Sen. John F. Kerry is calling President Bush's warrantless wiretaps "a clear violation of the law."
Appearing on "This Week with George Stephanopoulos," Kerry, D-Mass., added that the administration has made no effort to consult Congress about any possible alteration to the law that he says restricts the wiretaps -- the Foreign Intelligence Surveillance Act.
Although Kerry did not go as far as to agree with former Vice President Al Gore's belief that the wiretaps may constitute an "impeachable offense," Kerry called for a special counsel and independent investigation.
In an exclusive Sunday morning interview, Kerry also announced he will not vote in favor of Supreme Court nominee Judge Samuel A. Alito, Jr.
Though he missed most of the Senate Judiciary Committee hearings during an overseas tour of India, Pakistan, Iraq and Kuwait, Kerry said Alito would take the country "backwards."
Kerry did not dismiss outside criticism that his Democratic colleagues may have focused on relatively inconsequential issues during the hearings, saying, "That is certainly the criticism I have heard."
The 2004 presidential contender repeated his belief that the White House failed to commit the proper resources to capture Osama bin Laden at Tora Bora in Afghanistan, and chastised Republican political strategist and Deputy White House Chief of Staff Karl Rove for continuing to make the war on terror a priority political issue.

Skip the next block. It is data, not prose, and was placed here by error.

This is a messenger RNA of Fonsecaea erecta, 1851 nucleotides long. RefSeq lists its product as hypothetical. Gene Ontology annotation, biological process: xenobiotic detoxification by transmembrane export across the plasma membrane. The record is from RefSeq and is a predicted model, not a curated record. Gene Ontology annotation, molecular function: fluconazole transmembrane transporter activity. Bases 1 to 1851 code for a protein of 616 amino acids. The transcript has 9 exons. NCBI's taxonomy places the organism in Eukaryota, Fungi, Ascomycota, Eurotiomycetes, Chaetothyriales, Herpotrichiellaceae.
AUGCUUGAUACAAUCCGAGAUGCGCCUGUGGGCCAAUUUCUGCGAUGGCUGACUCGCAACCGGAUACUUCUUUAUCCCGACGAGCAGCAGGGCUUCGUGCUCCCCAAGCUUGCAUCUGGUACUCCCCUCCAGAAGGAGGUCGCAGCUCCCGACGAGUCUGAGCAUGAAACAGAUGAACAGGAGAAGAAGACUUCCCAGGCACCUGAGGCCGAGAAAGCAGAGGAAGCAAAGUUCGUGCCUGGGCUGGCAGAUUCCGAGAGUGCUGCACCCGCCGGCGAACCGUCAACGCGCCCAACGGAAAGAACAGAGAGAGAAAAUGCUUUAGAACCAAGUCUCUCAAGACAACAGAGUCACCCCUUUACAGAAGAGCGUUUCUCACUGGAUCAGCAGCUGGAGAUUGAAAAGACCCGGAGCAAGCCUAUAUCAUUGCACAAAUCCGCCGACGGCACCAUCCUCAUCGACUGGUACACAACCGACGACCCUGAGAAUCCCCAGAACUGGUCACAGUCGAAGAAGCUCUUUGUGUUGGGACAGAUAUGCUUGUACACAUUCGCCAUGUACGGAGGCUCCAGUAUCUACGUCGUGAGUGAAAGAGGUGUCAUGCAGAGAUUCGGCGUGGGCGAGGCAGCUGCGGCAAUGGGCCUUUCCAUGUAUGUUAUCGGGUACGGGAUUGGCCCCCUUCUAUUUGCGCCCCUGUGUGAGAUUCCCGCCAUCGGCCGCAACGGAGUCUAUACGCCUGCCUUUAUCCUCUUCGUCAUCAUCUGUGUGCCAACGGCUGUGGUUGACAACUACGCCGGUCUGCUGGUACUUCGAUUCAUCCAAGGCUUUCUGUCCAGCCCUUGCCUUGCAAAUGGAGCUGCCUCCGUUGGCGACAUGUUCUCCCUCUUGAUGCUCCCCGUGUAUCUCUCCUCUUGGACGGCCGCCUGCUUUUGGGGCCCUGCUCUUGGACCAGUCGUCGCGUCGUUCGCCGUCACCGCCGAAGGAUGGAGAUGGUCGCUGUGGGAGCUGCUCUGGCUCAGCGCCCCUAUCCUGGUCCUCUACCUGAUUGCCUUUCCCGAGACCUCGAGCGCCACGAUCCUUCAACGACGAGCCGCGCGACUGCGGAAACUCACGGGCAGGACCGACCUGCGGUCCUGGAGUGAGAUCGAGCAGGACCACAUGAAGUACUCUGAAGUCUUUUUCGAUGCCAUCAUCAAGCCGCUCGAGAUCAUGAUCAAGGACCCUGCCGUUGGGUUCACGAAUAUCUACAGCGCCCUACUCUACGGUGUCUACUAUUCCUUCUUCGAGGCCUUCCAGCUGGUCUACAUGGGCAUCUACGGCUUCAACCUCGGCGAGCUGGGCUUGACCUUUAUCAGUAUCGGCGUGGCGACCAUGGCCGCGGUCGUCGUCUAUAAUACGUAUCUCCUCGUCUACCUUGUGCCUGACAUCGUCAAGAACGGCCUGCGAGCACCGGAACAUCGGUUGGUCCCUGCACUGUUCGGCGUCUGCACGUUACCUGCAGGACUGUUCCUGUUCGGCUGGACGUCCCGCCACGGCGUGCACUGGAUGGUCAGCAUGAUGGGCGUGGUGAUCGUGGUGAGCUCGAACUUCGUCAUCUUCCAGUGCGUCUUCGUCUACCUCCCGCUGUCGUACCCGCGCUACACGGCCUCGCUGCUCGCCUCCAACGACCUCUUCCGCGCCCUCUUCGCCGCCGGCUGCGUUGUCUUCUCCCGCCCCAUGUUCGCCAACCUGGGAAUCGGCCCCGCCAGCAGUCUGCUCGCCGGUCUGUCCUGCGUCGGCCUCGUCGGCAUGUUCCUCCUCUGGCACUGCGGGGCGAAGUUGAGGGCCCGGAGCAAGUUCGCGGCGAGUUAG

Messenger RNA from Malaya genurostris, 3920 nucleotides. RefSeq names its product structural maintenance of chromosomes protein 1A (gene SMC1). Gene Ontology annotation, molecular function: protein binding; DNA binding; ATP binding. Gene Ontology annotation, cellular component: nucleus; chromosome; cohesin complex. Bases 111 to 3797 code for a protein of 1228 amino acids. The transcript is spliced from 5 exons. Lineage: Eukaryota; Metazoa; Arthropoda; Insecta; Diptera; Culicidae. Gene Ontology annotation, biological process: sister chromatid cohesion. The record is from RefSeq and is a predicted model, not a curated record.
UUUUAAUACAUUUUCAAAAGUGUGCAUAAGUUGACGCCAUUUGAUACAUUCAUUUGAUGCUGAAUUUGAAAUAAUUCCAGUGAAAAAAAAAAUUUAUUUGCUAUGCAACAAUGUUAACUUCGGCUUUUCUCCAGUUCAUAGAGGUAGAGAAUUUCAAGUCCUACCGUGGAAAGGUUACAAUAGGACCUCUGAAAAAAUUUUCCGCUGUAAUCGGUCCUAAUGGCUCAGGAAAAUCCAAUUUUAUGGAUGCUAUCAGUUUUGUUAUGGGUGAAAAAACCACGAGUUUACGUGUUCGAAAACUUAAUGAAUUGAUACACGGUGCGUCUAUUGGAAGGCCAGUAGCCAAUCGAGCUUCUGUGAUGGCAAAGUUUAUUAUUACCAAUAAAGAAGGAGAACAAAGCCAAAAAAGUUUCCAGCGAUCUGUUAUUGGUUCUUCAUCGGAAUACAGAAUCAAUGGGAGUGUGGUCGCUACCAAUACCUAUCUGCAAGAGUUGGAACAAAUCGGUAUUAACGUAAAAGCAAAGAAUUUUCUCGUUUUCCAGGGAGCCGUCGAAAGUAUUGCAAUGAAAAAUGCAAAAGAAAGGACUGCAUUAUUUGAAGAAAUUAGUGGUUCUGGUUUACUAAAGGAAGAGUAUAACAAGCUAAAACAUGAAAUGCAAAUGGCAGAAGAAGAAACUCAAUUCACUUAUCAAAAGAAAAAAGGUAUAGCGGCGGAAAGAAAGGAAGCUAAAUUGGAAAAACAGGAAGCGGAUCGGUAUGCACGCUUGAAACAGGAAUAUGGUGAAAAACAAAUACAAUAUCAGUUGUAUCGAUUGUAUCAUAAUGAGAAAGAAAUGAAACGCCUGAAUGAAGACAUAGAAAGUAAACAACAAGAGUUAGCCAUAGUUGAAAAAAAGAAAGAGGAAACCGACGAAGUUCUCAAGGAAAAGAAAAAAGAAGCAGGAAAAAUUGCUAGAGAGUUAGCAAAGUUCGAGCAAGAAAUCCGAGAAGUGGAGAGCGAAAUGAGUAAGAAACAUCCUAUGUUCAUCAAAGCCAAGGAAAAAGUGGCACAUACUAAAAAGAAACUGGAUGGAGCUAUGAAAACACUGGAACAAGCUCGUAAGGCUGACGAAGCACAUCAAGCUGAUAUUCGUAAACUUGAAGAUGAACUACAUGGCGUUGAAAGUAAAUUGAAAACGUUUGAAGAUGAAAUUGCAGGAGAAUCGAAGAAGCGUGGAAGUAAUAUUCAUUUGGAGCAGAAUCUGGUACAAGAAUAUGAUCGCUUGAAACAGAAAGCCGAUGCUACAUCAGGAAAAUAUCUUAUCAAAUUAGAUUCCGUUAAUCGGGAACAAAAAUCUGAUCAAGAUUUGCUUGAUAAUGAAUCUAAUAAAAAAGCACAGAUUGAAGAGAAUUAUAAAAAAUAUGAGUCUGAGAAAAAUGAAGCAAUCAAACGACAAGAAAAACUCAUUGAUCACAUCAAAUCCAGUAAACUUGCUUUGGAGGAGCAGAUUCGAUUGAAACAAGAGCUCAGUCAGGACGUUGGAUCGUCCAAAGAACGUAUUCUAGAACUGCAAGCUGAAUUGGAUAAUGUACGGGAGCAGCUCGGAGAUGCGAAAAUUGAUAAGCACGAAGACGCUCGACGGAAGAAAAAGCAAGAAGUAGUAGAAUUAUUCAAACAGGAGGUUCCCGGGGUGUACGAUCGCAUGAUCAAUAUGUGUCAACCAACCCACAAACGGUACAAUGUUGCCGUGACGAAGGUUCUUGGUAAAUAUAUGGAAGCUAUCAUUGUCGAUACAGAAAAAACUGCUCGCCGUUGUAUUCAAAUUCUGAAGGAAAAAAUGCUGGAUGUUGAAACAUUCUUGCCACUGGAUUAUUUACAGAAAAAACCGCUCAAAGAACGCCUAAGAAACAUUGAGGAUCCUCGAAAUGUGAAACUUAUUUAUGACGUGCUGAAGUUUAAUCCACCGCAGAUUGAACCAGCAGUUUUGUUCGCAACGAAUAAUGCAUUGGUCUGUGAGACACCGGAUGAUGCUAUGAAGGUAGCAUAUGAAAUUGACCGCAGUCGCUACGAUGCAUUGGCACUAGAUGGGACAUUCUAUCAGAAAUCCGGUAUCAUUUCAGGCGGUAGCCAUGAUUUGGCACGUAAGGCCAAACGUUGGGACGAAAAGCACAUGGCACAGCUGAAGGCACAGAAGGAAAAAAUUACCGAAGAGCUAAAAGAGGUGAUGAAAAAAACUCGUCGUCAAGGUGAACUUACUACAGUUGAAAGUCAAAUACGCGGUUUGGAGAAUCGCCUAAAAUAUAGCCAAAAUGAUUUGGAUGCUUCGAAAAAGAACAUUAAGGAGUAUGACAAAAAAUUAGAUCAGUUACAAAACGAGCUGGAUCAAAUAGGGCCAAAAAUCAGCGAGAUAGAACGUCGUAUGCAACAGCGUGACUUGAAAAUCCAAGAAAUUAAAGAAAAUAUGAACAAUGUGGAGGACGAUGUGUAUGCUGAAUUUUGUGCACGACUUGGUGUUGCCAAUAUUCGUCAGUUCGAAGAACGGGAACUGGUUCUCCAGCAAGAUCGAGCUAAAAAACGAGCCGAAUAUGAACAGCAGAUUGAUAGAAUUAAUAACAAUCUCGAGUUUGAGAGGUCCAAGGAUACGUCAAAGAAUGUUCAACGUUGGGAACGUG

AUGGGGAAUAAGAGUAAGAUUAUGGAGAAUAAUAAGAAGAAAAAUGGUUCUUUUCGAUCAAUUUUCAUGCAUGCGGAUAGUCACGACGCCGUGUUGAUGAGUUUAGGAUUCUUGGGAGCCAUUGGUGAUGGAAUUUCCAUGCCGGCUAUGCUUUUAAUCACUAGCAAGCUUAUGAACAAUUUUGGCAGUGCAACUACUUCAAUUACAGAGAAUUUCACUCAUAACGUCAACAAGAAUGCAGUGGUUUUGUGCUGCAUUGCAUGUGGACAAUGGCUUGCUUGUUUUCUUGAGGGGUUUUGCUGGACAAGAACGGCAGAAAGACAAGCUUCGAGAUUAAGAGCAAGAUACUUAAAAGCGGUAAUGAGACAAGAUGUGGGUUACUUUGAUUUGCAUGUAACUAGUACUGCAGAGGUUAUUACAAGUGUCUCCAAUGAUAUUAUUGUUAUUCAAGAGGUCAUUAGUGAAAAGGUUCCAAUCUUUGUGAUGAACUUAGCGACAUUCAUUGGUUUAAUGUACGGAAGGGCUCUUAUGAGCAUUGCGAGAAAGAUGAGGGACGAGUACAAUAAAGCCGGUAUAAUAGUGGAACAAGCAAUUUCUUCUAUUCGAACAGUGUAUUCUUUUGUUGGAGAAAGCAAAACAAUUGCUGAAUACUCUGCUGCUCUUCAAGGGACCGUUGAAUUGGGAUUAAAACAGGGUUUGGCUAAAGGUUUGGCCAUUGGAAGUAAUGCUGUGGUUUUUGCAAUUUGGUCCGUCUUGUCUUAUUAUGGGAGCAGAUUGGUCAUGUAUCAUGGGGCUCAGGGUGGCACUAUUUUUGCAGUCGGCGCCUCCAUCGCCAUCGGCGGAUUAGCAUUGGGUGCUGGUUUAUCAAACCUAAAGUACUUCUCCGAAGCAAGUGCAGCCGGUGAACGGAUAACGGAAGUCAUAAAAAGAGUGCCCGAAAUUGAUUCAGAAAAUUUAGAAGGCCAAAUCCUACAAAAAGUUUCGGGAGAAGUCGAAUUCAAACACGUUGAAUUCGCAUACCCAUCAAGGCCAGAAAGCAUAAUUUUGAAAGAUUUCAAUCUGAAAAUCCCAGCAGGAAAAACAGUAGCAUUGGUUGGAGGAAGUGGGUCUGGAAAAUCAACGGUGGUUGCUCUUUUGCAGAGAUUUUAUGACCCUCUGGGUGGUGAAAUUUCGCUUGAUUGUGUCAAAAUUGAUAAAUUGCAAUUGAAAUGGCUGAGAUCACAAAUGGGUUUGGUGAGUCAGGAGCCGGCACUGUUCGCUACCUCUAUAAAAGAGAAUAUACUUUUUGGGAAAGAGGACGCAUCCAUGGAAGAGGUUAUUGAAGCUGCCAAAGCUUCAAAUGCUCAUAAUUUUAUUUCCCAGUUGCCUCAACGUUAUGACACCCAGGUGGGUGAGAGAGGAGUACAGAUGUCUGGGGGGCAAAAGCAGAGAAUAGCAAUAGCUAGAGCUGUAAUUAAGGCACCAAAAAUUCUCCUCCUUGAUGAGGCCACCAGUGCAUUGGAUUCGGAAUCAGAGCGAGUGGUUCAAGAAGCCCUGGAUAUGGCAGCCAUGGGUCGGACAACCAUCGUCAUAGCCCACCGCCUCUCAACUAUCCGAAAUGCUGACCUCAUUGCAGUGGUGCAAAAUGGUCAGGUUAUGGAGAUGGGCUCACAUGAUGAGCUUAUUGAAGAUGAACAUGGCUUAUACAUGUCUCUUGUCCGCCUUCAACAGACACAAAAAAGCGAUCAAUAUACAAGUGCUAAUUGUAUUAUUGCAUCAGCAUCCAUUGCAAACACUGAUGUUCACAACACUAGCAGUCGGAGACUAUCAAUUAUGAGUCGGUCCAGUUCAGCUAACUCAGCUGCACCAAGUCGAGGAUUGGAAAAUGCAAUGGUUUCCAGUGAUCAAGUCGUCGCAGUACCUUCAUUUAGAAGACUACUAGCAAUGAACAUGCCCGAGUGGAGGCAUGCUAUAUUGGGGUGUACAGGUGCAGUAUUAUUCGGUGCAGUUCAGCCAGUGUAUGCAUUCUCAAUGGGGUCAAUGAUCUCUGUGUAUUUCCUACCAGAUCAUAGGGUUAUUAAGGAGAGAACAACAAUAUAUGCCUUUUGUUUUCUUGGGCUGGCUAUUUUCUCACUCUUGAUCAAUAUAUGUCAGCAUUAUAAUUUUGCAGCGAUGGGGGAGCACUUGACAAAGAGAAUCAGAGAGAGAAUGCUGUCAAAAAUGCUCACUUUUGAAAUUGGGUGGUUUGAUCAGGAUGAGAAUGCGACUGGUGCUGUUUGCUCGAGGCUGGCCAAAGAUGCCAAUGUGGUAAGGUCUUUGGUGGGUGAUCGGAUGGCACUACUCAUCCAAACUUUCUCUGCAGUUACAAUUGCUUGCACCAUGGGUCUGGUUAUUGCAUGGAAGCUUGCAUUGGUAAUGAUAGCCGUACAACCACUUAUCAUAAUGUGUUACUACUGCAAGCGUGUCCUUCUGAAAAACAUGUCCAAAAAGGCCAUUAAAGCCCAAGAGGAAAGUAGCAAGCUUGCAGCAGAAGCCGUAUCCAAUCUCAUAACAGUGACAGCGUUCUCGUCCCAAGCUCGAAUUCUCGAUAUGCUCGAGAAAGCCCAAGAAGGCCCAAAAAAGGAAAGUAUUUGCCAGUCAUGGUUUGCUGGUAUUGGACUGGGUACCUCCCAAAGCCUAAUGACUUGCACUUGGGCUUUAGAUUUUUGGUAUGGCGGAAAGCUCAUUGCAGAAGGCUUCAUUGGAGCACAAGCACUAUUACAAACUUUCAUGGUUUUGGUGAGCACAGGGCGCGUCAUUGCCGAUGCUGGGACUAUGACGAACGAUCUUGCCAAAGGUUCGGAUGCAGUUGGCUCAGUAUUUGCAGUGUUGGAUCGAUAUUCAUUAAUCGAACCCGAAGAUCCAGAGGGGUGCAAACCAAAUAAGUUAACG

Of the Bush administration's efforts in the war on terror, Kerry said, "Osama bin Laden is going to die of kidney failure before he's killed by Karl Rove and his crowd."
Hitting the Democratic theme that Republicans have created a "culture of corruption" in Washington, Kerry bristled at the suggestion that his presidential campaign accepted more than $100,000 in what Republicans have termed "[Jack] Abramoff-affiliated lobbying firms."
"I've never met Jack Abramoff," Kerry said. "I've never taken a dime from Jack Abramoff."
Abramoff, who has pleaded guilty to conspiracy charges, primarily is known as a Republican lobbyist but has ties to members of both parties.
"This is a Republican scandal," he added. "They run the House, they run the Senate, and they run the White House."
Kerry laid blame squarely on the shoulders of his former foe, President George W. Bush.
"The president sets the tone," he said.
Kerry in 2008?
When Stephanopoulos, ABC News' chief Washington correspondent and host of "This Week," pressed Kerry on his 2008 presidential prospects, he drew a laugh from the former candidate.
"That's a decision for the future," Kerry said.
After viewing several critical, but mostly anonymous quotes from Democratic consultants, Kerry countered, "You're looking at the expert at not listening to the chatter of Washington, D.C."
Without tipping his hat but continuing to defend the notion of a comeback candidacy, Kerry reminded viewers of the successful second-run Republican campaigns of Richard M. Nixon, Ronald Reagan, and, potentially, Sen. John McCain.
Kerry, who fell 100,000 votes short of the presidency in Ohio, turned to ABC News anchor Stephanopoulos and said, "I'm not going to be moved by the … anonymous chatter of Washington."